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Appeal judges back daughter in provision battle

11 April 2011

Three charities are considering an appeal after the Court of Appeal backed an only daughter’s claim to a share of her mother’s estate.

Melita Jackson, who died in 2004 aged 70, left the bulk of her estate worth £486,000 to The Blue Cross, the RSPB and RSPCA. She left nothing to her only daughter, Heather Ilott, and attached a letter to her executors explaining that the relationship had broken down.

Ilott, aged 50, has five children and lives mainly on benefits. She was awarded £50,000 by the county court under the Inheritance (Provision for Family and Dependants) Act 1975, but appealed to the High Court for a bigger award.

Mrs Justice Eleanor King dismissed her claim completely but Ilott successfully challenged the ruling at the Court of Appeal.

James Aspden, partner at Wilsons in Salisbury, acted for the three charities and said they were considering an appeal to the Supreme Court. He said the Court of Appeal’s ruling lacked “practical guidance and clarity”.

Aspden described it as “a landmark in scrapping previous guidance, but providing nothing in its place”.

“What the charities fear as a result of this and what I fear is that we will see more of these claims, which will be more difficult to settle in the absence of good, clear guidance,” he added.

John M Collins at Zenith Chambers in Leeds acted for Ilott on a pro bono basis after her legal aid was withdrawn.

He denied that the Court of Appeal had changed the law, saying that claimants had to have a “real need for maintenance” and the question of whether there was a moral obligation was not a conclusive factor, but simply one of the factors to be taken into account.

“This was a special case on the facts,” he said. “It concerned an only daughter who had tried to obtain a reconciliation with her mother and where she really needed financial provision.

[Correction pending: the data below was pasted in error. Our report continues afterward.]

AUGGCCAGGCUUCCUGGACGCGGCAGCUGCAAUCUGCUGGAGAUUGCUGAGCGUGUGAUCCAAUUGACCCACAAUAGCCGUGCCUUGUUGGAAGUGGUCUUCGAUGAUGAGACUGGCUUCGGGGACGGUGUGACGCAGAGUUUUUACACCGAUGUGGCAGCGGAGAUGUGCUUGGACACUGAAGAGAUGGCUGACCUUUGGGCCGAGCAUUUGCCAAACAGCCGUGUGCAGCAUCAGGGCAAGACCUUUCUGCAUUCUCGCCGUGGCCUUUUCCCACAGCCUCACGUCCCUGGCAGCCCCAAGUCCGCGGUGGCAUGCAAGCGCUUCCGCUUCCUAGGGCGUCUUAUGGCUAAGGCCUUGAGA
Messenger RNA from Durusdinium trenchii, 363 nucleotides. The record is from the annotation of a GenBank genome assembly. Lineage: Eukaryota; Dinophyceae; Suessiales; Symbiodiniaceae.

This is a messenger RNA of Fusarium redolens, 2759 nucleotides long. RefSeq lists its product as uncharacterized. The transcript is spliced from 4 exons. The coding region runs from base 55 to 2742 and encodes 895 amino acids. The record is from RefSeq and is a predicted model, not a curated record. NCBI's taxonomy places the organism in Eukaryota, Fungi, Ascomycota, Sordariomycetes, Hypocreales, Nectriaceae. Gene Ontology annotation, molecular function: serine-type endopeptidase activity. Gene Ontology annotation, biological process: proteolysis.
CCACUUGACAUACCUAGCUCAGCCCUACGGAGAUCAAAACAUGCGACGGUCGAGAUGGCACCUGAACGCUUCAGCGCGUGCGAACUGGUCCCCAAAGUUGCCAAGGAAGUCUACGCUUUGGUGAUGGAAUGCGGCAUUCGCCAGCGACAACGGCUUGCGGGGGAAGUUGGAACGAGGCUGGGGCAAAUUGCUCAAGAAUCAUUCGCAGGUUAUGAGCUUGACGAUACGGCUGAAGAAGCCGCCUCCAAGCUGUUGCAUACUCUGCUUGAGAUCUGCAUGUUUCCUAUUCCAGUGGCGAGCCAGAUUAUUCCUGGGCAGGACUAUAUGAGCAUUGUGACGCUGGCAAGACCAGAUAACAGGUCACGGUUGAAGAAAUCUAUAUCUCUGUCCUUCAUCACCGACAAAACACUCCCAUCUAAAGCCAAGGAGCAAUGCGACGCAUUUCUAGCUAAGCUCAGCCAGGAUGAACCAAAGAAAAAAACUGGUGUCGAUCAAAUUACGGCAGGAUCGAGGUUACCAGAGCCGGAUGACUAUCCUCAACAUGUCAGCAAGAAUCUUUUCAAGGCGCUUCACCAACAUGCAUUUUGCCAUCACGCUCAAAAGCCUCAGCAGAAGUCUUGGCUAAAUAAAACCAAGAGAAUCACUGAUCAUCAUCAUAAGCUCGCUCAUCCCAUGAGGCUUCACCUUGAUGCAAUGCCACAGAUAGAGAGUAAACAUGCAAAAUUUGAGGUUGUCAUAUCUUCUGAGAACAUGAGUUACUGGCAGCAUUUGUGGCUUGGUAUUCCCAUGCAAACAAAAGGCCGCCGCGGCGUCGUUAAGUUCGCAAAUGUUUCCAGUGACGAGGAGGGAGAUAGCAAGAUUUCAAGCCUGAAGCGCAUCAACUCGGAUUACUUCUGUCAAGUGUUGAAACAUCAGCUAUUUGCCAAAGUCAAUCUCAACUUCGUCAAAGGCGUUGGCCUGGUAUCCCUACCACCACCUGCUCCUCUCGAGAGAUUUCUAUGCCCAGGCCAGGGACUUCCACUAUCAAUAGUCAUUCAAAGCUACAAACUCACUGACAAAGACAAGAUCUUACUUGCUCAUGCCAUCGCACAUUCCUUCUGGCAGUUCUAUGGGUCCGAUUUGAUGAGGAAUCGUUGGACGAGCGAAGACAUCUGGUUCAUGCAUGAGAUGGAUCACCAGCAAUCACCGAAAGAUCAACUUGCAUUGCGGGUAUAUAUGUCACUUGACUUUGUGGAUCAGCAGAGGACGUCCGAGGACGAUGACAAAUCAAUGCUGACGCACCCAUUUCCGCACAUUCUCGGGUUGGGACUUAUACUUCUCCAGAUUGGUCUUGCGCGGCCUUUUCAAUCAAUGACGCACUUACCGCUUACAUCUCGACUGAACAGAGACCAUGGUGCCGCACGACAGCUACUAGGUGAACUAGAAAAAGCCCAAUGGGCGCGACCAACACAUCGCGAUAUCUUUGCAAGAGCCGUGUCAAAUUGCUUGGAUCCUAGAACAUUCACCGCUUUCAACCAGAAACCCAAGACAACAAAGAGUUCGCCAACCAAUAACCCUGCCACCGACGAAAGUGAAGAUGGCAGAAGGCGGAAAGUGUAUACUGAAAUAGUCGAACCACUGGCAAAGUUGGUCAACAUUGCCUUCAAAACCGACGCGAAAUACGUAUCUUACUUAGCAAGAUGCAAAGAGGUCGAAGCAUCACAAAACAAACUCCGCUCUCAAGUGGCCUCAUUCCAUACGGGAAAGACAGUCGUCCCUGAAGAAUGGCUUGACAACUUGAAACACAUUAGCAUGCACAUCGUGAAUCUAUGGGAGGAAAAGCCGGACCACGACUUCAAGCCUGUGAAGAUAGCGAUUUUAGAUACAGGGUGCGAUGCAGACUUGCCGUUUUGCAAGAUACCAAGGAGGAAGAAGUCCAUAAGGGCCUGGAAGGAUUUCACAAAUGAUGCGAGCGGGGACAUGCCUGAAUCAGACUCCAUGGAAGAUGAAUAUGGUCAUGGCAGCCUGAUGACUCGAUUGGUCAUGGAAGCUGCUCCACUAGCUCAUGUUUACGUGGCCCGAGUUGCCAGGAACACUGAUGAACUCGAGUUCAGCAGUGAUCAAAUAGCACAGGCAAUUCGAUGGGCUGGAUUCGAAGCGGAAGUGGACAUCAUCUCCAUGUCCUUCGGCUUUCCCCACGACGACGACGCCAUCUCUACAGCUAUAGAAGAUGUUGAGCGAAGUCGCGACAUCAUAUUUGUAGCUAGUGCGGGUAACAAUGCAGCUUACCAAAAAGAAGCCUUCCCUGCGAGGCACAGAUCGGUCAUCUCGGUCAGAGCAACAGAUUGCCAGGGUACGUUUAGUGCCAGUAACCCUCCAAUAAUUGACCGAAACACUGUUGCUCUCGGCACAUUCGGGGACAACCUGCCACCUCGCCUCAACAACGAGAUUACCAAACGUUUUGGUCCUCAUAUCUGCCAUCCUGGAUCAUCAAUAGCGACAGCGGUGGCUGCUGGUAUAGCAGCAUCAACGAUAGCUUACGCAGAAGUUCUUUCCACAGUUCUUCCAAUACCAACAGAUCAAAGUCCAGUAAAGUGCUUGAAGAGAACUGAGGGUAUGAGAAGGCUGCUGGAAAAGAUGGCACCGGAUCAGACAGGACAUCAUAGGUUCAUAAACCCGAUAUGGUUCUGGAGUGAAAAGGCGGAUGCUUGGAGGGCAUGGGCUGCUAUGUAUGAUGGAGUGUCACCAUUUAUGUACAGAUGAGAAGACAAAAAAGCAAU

“Charity begins at home. It should extend to others, but it begins at home. Your first duty is to your family.”

Giving the leading judgment in Ilott v Mitson and others [2011] EWCA Civ 346, Lord Justice Wall, president of the Family Division, said the case raised “in stark form” the approach which should be adopted when an adult child claimed against a deceased parent.

Wall LJ said the first stage was a “value judgment”, whether or not the deceased’s dispositions made reasonable financial provision for the plaintiff under the Act.

He said this was “very much a matter” for the first instance tribunal.

Wall LJ said the case law made it clear that there was no requirement for the deceased to owe the child a “moral obligation”.

He allowed the appeal and directed that the appellant’s appeal on quantum should be heard by a different High Court judge.

Lady Justice Arden said the Law Commission’s consultation paper on reform of the law in this area “suggests that the present law is not causing problems in practice”.

She said that previously there was an age limit of 21 on the age of the children who could claim under the act.

“The removal of these restrictions makes it clear that parliament intended that an adult child should be able to bring a claim even if it was possible for him or her to subsist without making a claim on the estate.

She allowed the appeal. Lady Justice Black agreed.

Categorised in:

Clinical negligence Wills, Trusts & Probate